Fellow Queensland economist Nick Behrens and I sat down with 612 ABC Brisbane’s Steve Austin to chat about the latest report from the Auditor-General on Queensland’s state finances. Of course, COVID is the big story since March last year, but, as we cover in the discussion, Queensland’s public financial management problems pre-dated COVID. I mentioned the big debt build up which began during the Beattie-Bligh years and the raid on the funds set aside to meet the defined-benefit superannuation liability by the current government. One consequence of the latter is that now, based on one calculation methodology, the defined-benefit super liability exceeds the value of assets set aside to meet it, as highlighted by the Auditor-General in his latest report. Retired public servants will still get paid their superannuation, but the smaller asset pool means lower investment earnings for the Government to help pay the defined benefit payments, meaning, e.g., lower spending on frontline services or higher taxes and charges for a given budget balance.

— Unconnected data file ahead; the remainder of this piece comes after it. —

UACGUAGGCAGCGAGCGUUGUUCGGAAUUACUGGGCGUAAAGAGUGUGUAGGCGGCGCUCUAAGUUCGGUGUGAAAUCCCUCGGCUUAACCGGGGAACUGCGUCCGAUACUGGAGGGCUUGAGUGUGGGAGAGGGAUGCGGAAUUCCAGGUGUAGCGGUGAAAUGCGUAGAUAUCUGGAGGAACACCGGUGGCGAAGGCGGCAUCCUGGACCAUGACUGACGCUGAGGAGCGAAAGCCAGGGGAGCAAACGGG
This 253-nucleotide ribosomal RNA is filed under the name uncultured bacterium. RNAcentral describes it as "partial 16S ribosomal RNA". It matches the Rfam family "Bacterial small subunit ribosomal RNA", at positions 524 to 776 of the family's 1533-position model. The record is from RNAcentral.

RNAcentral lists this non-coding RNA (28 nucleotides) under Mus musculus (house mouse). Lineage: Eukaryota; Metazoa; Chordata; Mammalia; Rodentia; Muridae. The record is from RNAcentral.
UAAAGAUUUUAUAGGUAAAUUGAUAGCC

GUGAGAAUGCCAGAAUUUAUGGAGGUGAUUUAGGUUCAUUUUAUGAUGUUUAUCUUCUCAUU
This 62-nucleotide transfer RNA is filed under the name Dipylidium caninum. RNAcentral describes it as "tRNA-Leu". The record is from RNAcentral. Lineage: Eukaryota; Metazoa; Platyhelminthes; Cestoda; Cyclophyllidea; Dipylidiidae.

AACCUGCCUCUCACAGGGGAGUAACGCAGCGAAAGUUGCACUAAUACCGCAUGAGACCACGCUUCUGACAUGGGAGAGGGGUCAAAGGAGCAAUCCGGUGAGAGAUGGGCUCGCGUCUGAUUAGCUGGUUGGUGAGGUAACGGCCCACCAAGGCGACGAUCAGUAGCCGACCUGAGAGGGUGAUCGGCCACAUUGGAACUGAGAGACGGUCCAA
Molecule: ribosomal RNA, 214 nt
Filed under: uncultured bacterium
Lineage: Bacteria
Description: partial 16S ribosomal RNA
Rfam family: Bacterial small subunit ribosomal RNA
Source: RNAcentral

Of course, we knew all this already from the state budget and state actuary’s review of QSuper. I told Steve the only thing that was really new and noteworthy in the Auditor-General’s report was the recommendation that the state Treasury should publish an update on state finances prior to each election – i.e. similar to the Commonwealth’s Pre-Election Fiscal Outlook (the PEFO) – which is something I recommended many times in the lead up to the 2020 state election. As the Auditor-General writes: “The Queensland Government’s financial statements are reliable but not always timely”. Yes, particularly when timeliness would be politically inconvenient.
Check out our conversation from 43:00 on the audio recording of Steve’s Drive program today.